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Your HR questions: How to manage conflict within the practice team

Employment lawyer Susan Bernstein answers a question about how to deal with a situation when two members of staff don't get along.

Speak to each member of staff individually (Picture: iStock)
Speak to each member of staff individually (Picture: iStock)

Q: We have two staff members of our reception team who don’t get along and have stopped speaking to one another. It causes an atmosphere in reception as the other staff feel uncomfortable. I have spoken to them both, but they say there isn’t a problem. I’m not sure what to do next?

A: Interpersonal conflict causing disharmony in the workplace can inflict a lot of negative effects.  You have two staff members, who are not speaking to each other for whatever reason is bubbling under the surface. As a result, they are unlikely to be concentrating fully on their job, may be suffering from stress and cannot collaborate and work effectively as part of the reception team.

This, in turn, will cause a lot of gossiping, backbiting and dissatisfaction from other members of the team, which can weaken trust, de-motivate the team and cause morale to nose dive.  

In addition, if the reception team is suffering from low morale, the negative atmosphere will filter through to the rest of the staff generally and if the negativity persists over a long period, it may well cause some employees to leave the practice and complain to people outside the practice, which can damage its public image.

Speak to them individually

You have already spoken to them both and they say there isn’t a problem but you know that this is not true.  In the circumstances, you need to speak to them again, individually this time.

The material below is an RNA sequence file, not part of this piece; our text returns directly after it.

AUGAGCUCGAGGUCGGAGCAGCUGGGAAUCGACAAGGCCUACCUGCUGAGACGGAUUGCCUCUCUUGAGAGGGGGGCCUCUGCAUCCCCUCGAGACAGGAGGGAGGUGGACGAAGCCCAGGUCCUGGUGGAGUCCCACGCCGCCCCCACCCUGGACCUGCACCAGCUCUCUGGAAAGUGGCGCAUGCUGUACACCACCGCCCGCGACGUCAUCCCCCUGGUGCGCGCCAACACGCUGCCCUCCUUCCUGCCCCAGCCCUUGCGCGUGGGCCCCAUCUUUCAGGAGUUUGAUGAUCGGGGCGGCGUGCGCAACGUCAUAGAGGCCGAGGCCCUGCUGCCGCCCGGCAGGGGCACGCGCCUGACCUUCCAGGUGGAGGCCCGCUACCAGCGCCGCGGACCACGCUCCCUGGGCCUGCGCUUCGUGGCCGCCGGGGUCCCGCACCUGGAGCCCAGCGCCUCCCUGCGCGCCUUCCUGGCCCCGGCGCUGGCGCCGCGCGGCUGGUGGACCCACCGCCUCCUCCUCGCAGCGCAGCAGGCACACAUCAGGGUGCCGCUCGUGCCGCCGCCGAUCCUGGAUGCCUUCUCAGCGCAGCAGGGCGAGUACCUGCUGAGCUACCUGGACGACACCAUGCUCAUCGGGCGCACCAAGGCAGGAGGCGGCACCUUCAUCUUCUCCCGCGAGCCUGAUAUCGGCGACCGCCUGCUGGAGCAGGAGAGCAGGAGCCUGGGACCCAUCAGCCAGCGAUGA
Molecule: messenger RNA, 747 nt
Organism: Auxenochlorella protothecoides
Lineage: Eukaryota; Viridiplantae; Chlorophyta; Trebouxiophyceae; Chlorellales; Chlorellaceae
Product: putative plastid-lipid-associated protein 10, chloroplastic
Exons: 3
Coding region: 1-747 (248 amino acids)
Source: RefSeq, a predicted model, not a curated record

Say to each of them that although they told you that there wasn’t a problem, there very much is a problem because by not speaking to each other their ability to do their job properly is affected and it is having a knock on negative effect on the whole reception team and on other staff too.

In the circumstances, you must take command and explain that you do not intend to leave things as they are and will make every effort to resolve the situation through communication.  However, this requires their co-operation.   

It may need to be spelt out to them that if they are not prepared to recognise that there is a problem or co-operate in trying to resolve it then you will have no alternative but to go through a capability procedure with them as their behaviour is affecting their performance as team members.  However, you should tell them that you would hope that this will not be necessary.  

You should then give them another chance to explain why they are not speaking to each other. You may find that there is a simple explanation that has escalated but it may be more serious. For example, one of them might be bullying the other in some way.

When to use disciplinary procedures

Once you know the cause, you are in a better position to deal with the situation and hopefully mediating between them will suffice. However, if there is any element of bullying or other misconduct it should be dealt with through your practice’s formal disciplinary procedure.

The message must be clear that the practice has a job to look after the health of its patients as best it can with the resources available and there is an expectation that everybody in the practice will pull their weight and share that vision. The practice cannot afford to tolerate workplace disharmony and that’s that.

Send us your questions

If you have a HR or employment law question, please email emma.bower@haymarket.com and we will try to answer this for you.

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